A more comprehensive view of the mutually-reinforcing role of extremist Christianity and extremist political views is essential, given the spread of right-wing extremism and its lethal capacity “not just in Norway but across Europe, where opposition to Muslim immigrants, globalization, the power of the European Union and the drive toward multiculturalism has proven a potent political force and, in a few cases, a spur to violence.”
The rise of this type of right-wing extremism is not confined to Europe but is also a growing threat in the U.S. It is therefore even more alarming that the Southern Poverty Law Center is calling attention to the fact that the Department of Homeland Security has apparently scaled back its department “responsible for analyzing security threats from non-Islamic domestic extremists.” According to Daryl Johnson, the principal author of the April 7, 2009, report “Right-wing Extremism: Current Economic and Political Climate Fueling Resurgence in Radicalization and Recruitment,” the focus on domestic, non-Islamic terror threats, was cut back after his report was leaked. The leaked report precipitated a “firestorm” of protest from conservatives who “wrongly claimed it equated conservatives with terrorists.”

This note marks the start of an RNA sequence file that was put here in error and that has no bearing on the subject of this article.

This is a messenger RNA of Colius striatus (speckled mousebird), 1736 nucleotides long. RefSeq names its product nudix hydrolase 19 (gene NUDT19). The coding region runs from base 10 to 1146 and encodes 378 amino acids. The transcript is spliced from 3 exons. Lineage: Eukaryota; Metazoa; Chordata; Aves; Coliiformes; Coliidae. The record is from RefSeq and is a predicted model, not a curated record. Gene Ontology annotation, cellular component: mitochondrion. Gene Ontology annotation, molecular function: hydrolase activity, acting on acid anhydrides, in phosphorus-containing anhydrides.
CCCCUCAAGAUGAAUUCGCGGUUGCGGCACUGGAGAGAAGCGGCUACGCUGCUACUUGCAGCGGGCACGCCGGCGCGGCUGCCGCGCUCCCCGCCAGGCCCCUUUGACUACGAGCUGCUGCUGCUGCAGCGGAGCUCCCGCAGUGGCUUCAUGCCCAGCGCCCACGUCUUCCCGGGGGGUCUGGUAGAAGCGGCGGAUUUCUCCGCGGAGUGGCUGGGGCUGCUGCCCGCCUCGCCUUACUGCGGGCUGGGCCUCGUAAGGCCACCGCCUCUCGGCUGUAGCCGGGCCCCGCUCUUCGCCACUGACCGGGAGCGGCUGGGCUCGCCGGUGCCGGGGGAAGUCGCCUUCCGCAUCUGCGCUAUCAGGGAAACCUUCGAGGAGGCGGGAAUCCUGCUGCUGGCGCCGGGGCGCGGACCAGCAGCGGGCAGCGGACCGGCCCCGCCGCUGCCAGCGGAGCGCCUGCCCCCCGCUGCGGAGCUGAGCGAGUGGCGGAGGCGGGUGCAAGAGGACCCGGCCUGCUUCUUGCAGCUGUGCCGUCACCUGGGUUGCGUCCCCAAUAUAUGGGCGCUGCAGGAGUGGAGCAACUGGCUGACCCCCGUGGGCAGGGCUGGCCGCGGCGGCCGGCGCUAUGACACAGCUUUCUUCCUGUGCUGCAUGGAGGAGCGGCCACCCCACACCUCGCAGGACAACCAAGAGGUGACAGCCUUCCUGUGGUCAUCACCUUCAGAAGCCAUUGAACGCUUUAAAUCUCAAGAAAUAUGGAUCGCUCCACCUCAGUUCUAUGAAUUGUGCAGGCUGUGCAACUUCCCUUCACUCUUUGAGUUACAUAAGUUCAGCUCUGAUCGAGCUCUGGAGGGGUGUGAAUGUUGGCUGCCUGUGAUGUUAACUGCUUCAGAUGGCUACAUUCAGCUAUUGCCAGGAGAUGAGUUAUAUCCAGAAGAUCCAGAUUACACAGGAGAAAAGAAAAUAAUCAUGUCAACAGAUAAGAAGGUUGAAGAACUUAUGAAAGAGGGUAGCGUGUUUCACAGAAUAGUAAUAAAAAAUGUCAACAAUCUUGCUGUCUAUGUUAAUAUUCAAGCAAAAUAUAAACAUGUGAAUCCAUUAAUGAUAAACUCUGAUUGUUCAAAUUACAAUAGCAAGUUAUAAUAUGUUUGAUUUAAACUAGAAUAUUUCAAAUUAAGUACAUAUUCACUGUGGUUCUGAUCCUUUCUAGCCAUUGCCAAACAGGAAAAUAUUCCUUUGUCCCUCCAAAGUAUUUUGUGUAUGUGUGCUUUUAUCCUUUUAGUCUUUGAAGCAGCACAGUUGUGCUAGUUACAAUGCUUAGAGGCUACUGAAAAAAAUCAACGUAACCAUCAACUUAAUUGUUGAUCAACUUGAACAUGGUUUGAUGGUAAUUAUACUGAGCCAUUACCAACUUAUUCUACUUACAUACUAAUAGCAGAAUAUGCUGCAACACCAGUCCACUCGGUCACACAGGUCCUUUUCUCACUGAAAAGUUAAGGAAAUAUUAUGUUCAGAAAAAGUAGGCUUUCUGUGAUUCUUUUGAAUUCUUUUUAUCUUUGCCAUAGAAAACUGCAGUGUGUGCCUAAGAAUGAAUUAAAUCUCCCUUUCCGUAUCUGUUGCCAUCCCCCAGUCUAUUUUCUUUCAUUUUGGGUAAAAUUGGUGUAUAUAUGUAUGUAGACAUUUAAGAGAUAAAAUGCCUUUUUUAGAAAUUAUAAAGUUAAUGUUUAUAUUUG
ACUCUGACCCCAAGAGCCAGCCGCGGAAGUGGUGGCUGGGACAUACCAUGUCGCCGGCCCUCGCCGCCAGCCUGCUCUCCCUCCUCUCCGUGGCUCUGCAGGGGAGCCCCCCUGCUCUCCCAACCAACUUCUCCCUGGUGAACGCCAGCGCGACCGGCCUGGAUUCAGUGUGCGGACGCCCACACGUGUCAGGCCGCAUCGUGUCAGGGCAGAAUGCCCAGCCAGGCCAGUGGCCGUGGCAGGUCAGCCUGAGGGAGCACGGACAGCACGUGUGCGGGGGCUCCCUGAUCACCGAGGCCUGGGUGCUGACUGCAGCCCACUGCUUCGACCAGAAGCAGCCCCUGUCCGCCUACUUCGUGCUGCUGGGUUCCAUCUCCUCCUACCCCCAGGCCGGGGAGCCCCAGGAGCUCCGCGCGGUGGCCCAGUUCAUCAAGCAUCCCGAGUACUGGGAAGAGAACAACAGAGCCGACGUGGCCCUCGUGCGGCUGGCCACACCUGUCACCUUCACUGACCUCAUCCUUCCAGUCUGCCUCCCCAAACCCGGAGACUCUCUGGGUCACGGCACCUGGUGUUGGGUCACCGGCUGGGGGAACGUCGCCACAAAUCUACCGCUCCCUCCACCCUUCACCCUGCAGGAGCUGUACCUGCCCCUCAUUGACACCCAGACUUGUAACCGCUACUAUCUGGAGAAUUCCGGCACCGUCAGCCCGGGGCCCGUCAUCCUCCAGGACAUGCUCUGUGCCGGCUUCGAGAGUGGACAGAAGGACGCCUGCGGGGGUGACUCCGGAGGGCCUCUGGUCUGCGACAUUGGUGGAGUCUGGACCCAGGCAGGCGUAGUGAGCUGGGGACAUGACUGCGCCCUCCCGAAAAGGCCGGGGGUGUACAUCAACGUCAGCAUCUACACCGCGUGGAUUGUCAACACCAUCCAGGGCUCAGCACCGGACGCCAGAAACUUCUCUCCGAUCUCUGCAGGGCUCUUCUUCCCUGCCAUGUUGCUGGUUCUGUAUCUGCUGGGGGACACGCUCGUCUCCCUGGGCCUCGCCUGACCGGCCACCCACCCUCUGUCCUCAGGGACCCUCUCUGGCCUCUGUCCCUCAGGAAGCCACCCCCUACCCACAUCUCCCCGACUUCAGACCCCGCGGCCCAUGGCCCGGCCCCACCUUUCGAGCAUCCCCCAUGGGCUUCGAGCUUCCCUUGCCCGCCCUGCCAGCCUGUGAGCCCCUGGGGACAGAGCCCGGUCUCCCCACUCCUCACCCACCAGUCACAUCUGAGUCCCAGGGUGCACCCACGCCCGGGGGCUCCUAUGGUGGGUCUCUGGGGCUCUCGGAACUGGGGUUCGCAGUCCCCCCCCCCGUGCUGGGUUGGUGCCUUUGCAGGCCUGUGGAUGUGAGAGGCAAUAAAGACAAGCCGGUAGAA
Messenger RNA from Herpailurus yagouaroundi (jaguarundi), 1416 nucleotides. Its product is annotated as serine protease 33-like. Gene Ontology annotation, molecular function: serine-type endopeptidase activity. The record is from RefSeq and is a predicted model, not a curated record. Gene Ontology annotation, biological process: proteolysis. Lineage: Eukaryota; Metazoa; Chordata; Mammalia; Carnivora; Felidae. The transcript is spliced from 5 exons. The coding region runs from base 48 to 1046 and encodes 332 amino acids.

Especially in light of events in Norway, it is clear Mr. Johnson was just doing what Homeland Security is supposed to do, namely track dangerous domestic extremism, regardless of the source, in order to prevent violent extremism.
The religious element in terrorist extremism cannot either be ignored or overblown. It is an important part of the whole equation. In this Norwegian case, conservative Christianity and right-wing, nationalist political ideologies mutually reinforced and tempted each other, and the acts of a person like Anders Behring Breivik were apparently the result. Looking closely at theological interpretations can illuminate how the mass killing of people to accomplish a political end can be justified as right and even a moral imperative in the eyes of individuals and groups wanting to impose their political views through violence.
It is absolutely critical that Christians not turn away from the Christian theological elements in such religiously inspired terrorism. We must acknowledge these elements in Christianity and forthrightly reject these extremist interpretations of our religion. How can we ask Muslims to do the same with Islam, if we won’t confront extremists distorting Christianity?